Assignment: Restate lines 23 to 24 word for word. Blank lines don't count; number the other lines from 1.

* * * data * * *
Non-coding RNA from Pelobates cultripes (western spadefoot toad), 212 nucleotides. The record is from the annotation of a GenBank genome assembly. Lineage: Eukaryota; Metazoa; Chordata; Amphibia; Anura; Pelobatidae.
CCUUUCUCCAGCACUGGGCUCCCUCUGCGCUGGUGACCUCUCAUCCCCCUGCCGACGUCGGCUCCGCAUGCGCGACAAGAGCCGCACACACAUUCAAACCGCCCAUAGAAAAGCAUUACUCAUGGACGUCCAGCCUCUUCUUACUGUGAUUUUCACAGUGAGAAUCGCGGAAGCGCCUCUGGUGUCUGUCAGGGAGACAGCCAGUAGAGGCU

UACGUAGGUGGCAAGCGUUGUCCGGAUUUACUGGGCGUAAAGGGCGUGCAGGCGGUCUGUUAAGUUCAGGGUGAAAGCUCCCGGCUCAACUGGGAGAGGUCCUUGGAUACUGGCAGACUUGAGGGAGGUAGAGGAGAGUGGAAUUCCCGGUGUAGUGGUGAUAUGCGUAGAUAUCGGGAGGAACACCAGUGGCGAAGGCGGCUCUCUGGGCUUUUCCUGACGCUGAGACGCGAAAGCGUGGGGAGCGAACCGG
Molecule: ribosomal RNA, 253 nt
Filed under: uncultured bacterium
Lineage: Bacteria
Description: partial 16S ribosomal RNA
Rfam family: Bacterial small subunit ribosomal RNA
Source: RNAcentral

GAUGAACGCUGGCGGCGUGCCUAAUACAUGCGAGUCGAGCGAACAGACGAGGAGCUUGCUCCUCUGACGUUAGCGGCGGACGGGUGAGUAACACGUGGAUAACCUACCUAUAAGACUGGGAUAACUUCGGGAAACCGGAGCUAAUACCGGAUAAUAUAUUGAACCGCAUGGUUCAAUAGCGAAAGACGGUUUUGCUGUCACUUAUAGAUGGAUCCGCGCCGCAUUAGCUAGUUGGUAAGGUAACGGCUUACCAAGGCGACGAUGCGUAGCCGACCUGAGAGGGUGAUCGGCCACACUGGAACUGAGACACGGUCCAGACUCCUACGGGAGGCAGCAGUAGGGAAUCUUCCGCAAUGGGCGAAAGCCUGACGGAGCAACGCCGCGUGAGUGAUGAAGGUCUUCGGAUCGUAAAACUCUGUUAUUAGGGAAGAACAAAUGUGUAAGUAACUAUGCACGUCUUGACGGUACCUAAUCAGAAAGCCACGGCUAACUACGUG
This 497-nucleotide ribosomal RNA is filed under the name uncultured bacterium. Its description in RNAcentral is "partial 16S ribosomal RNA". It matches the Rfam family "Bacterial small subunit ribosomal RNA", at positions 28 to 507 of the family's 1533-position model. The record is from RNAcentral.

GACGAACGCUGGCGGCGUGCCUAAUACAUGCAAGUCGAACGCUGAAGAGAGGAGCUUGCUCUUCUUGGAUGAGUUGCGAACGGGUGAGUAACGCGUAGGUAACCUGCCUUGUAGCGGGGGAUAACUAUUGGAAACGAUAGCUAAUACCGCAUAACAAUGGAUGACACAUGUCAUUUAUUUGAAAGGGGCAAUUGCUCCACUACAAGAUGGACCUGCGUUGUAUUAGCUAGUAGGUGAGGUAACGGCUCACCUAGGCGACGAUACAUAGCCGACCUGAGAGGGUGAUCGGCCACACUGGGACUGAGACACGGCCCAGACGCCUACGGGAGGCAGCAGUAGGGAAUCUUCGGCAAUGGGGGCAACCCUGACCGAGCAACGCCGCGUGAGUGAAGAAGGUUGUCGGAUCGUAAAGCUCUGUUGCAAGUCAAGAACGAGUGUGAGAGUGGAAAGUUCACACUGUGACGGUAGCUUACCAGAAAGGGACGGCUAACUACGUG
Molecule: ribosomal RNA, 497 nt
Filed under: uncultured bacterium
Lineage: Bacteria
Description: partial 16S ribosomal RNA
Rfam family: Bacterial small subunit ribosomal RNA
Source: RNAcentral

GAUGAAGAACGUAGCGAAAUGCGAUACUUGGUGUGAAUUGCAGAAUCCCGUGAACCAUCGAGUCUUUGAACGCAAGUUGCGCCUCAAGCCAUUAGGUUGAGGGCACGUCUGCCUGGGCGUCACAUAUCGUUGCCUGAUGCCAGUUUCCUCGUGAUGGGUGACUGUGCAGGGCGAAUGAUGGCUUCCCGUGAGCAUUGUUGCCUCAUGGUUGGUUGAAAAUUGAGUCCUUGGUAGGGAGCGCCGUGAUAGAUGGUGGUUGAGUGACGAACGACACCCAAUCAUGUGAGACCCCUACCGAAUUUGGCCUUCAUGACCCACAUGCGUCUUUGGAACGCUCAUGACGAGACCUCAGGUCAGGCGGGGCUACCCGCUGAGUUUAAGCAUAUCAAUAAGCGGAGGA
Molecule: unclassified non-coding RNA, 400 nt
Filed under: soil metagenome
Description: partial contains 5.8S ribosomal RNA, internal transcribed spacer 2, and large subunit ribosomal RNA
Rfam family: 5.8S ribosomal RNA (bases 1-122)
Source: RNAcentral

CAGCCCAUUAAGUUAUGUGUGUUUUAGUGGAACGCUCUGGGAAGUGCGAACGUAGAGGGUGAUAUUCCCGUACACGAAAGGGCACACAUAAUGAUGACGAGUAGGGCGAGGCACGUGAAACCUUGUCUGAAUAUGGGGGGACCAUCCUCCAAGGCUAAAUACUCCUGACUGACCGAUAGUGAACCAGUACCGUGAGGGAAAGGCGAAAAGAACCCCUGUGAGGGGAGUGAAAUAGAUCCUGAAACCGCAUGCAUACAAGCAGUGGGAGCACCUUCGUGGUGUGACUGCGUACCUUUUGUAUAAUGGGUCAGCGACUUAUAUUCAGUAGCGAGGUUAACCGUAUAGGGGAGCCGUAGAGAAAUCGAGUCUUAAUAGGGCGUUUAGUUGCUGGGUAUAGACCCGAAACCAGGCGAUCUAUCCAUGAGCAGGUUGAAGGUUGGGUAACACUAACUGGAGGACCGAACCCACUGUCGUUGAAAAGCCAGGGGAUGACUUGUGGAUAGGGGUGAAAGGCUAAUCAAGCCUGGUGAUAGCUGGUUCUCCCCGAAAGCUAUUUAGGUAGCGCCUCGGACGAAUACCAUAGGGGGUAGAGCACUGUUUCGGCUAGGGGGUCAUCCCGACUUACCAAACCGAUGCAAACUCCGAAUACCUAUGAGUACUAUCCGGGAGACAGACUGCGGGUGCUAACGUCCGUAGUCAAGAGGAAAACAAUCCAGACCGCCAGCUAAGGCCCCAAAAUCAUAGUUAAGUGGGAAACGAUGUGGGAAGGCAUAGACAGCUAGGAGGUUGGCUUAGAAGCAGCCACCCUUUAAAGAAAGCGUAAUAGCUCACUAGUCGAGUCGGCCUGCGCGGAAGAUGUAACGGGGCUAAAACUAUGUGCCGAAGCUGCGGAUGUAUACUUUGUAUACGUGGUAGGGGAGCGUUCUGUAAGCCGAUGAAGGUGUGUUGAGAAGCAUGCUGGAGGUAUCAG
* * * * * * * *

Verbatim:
Rfam family: 5.8S ribosomal RNA (bases 1-122)
Source: RNAcentral